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Nov 29 2009 | 8:37pm ET
In addition, Sun Catalytix has licensed water-splitting catalysis patents developed by its co-founder, Daniel G. Nocera, from the Massachusetts Institute of Technology (MIT).
Sun Catalytix is developing inexpensive and efficient catalyst technologies for storing solar energy to make it available when the sun is not shining. The catalysts mimic photosynthesis by using energy, captured from a photovoltaic cell or other source, to split water into hydrogen oxygen.
The company says its electrolyzers are different from conventional technology in that they can use a broad range of water sources – including unpurified fresh or salt water – in benign conditions and at low costs.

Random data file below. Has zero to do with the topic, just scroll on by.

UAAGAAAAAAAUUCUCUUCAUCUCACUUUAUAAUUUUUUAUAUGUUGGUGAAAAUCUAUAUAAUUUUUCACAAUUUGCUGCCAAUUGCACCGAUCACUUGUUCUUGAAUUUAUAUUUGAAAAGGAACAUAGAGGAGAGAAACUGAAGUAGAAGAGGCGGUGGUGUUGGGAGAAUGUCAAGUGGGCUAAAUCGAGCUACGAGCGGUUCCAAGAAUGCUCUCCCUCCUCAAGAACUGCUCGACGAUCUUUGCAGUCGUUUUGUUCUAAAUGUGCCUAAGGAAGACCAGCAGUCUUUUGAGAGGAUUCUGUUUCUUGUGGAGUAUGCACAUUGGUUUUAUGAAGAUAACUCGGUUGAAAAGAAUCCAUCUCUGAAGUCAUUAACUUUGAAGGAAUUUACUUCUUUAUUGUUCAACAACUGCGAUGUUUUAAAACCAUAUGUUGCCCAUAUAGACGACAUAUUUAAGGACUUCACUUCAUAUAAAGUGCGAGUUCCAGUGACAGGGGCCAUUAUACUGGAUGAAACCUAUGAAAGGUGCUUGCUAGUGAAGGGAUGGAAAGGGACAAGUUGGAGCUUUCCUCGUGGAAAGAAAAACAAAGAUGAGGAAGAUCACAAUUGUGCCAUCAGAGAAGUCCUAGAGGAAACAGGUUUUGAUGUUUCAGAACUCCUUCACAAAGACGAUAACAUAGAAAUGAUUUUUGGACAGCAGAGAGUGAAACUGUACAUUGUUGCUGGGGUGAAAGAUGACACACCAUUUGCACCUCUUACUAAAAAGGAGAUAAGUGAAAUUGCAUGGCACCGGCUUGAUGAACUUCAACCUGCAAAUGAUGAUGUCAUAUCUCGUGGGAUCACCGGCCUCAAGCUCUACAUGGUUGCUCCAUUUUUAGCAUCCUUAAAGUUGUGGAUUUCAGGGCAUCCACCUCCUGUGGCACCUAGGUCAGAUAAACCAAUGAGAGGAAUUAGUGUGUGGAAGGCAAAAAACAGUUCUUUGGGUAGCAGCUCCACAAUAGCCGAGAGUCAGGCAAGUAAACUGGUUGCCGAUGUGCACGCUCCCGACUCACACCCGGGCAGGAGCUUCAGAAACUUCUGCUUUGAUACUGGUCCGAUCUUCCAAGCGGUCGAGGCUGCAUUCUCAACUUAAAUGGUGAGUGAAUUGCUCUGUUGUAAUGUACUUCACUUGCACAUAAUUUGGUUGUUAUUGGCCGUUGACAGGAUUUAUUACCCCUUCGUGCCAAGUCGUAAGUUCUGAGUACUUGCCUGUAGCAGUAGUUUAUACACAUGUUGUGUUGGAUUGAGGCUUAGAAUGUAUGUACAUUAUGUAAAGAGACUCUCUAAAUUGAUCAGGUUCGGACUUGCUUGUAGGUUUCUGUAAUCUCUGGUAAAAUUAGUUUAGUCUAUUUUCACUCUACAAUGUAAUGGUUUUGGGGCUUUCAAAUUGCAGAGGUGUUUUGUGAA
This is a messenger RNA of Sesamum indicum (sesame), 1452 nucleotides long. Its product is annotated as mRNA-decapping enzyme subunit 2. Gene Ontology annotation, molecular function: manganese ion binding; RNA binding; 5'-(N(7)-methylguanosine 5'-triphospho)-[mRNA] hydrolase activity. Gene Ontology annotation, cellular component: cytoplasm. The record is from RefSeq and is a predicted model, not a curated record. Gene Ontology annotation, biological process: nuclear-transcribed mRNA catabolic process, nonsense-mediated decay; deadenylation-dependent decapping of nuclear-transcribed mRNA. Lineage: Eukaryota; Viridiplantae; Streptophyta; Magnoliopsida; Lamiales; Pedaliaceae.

According to Nocera, “Sun Catalytix opportunities are in proliferating high-volume, low-cost electrolyzers in a decentralized fashion, rather than in improving today’s expensive, large-scale electrolyzers.”
“This investment supports the development of technology that will make affordable, renewable energy a reality,” said Amir Nashat, general partner at Polaris and Sun Catalytix founding CEO.
In addition to Nocera and Nashat, the Sun Catalytix team includes Polaris general partner Bob Metcalfe and former Ionix CEO Arthur L. Goldstein.